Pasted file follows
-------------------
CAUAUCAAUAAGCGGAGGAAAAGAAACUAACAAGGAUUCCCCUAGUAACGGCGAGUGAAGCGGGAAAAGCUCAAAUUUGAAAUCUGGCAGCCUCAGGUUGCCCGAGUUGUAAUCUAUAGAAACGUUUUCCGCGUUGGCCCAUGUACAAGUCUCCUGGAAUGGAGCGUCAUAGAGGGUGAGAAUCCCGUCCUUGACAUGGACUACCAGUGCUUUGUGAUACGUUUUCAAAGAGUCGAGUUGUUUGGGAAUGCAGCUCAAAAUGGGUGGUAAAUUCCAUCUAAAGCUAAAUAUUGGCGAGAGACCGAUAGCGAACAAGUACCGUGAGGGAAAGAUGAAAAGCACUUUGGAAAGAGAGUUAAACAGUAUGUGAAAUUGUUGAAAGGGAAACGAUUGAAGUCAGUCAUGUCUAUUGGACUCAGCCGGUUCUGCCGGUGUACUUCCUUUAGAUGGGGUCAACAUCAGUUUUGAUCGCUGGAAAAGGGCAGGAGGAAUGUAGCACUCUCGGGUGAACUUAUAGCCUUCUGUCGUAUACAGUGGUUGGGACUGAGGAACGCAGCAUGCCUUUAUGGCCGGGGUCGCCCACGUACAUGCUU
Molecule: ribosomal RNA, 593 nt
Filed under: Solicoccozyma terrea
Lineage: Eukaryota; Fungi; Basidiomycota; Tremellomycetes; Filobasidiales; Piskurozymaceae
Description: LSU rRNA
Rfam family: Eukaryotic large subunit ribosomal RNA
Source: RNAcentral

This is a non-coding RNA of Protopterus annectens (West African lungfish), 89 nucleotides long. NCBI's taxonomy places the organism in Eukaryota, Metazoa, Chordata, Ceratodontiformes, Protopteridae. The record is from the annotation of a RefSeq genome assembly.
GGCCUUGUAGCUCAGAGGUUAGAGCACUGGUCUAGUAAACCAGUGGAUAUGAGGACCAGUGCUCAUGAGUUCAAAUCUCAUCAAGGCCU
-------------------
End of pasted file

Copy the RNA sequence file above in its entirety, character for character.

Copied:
CAUAUCAAUAAGCGGAGGAAAAGAAACUAACAAGGAUUCCCCUAGUAACGGCGAGUGAAGCGGGAAAAGCUCAAAUUUGAAAUCUGGCAGCCUCAGGUUGCCCGAGUUGUAAUCUAUAGAAACGUUUUCCGCGUUGGCCCAUGUACAAGUCUCCUGGAAUGGAGCGUCAUAGAGGGUGAGAAUCCCGUCCUUGACAUGGACUACCAGUGCUUUGUGAUACGUUUUCAAAGAGUCGAGUUGUUUGGGAAUGCAGCUCAAAAUGGGUGGUAAAUUCCAUCUAAAGCUAAAUAUUGGCGAGAGACCGAUAGCGAACAAGUACCGUGAGGGAAAGAUGAAAAGCACUUUGGAAAGAGAGUUAAACAGUAUGUGAAAUUGUUGAAAGGGAAACGAUUGAAGUCAGUCAUGUCUAUUGGACUCAGCCGGUUCUGCCGGUGUACUUCCUUUAGAUGGGGUCAACAUCAGUUUUGAUCGCUGGAAAAGGGCAGGAGGAAUGUAGCACUCUCGGGUGAACUUAUAGCCUUCUGUCGUAUACAGUGGUUGGGACUGAGGAACGCAGCAUGCCUUUAUGGCCGGGGUCGCCCACGUACAUGCUU
Molecule: ribosomal RNA, 593 nt
Filed under: Solicoccozyma terrea
Lineage: Eukaryota; Fungi; Basidiomycota; Tremellomycetes; Filobasidiales; Piskurozymaceae
Description: LSU rRNA
Rfam family: Eukaryotic large subunit ribosomal RNA
Source: RNAcentral

This is a non-coding RNA of Protopterus annectens (West African lungfish), 89 nucleotides long. NCBI's taxonomy places the organism in Eukaryota, Metazoa, Chordata, Ceratodontiformes, Protopteridae. The record is from the annotation of a RefSeq genome assembly.
GGCCUUGUAGCUCAGAGGUUAGAGCACUGGUCUAGUAAACCAGUGGAUAUGAGGACCAGUGCUCAUGAGUUCAAAUCUCAUCAAGGCCU